20 incredible food and kitchen hacks
Cooking doesn’t have to be a chore. In fact, there are plenty of handy hacks which can help save you time and money. These are some of the best shortcuts and top tips I’ve picked up over the years which are guaranteed to make your life that little bit easier in the kitchen…
1. How to remove salmon skin with your finger
Forget what you’ve been taught. You don’t need a knife to remove the salmon skin; just your index finger. Simply peel away a bit of the salmon skin from the tail end, and then pull the skin towards you with your left hand while moving your right index finger side-to-side like a saw. With a little practice, this will produce a much cleaner cut and save on washing up!
2. A simple trick to make lemons last longer
You’ve probably heard about microwaving a lemon to extract more juice, but what do you do with the leftover lemon halves when you only need a teaspoon of juice? I used to find myself storing the leftovers in the fridge, only for the halves to go dry and hard really quick. One solution is to squeeze all the juice out and freeze in an ice cube tray, but I prefer to pierce the bottom of the fruit with a skewer and squeeze the juice out that way. Not only does it make it easier to zest for another recipe, but the small hole means oxygen can’t get into it, thus helping it stay fresh for longer.
3. Revive your herbs
Got some herbs which are on the turn? Don’t throw them away. Chop them up finely and place in an ice cube tray. Top up with water and you’ve got a readymade flavour bomb. You can do the same (minus the water) with leftover sauces and pestos, too.
4. Try the egg float test
You shouldn’t take any chances with eggs, but you can find out how fresh they are by submerging them in a bowl of cold water. If the egg sinks to the bottom and falls on its side, that means it’s very fresh. If the egg sinks to the bottom in an upright position, it’s still good to eat but should be used soon. Whereas if your egg floats to the top and is bobbling along the surface, throw it away immediately as it’s gone bad.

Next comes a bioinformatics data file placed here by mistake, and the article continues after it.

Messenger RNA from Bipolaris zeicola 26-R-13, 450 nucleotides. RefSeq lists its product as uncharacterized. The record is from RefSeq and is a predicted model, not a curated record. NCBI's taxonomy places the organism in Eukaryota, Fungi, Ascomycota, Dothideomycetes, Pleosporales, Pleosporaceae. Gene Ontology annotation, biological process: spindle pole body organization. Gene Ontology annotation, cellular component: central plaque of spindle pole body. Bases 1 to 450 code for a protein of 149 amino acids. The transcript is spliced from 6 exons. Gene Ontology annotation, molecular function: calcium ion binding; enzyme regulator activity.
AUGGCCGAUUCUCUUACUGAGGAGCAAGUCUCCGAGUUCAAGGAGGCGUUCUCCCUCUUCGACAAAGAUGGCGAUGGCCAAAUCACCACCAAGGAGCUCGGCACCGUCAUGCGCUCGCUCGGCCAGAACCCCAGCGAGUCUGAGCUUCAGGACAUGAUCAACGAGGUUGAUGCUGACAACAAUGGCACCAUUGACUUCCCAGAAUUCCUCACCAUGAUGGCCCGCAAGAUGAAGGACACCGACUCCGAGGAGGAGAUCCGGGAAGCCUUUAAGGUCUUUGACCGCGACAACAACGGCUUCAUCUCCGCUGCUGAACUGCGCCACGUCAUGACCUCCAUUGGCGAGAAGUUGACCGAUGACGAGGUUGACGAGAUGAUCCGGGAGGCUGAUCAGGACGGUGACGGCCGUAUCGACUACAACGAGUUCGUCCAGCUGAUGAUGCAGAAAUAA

5. Stop crying over onions
Don’t put yourself through the pain of trying to peel a pack of fiddly shallots while your eyes are streaming. Instead, plunge them in a bowl of boiling hot water and leave for 5 minutes. Once cool enough to handle, pinch each shallot at its stem end and they should slip straight out of the skin. The same trick works for garlic.
6. Save any pickling juice
Once you’ve finished a jar of gherkins or pickled onions, don’t be tempted to throw away the liquid. You can reuse it to tenderise meat or to brine your own vegetables like carrots, radishes and cauliflower. It’s also a handy replacement for vinegar in recipes, too.
7. Caramelise onions in half the time
They taste great, but caramelised onions do take a while to cook and often you need to keep stirring them to stop the onions from catching. To half the cooking time, add a pinch of baking soda. I’m no science geek but apparently by raising the PH level of the onions, it speeds up the the Maillard reaction, which is responsible for the browning of sugars in food. It works brilliantly for white onions, but less so for red onions… unless you like the idea of eating GREEN onions!
8. Use up all your broccoli
Broccoli stems, in particular, are woefully underused but if you remove the tough outer skin, you can finely slice the rest and use in salads or stir fries. Often I’ll add them to your soffritto mix when making a bolognese, chilli or even a risotto and my dinner guests never know.
9. Make your own kale crisps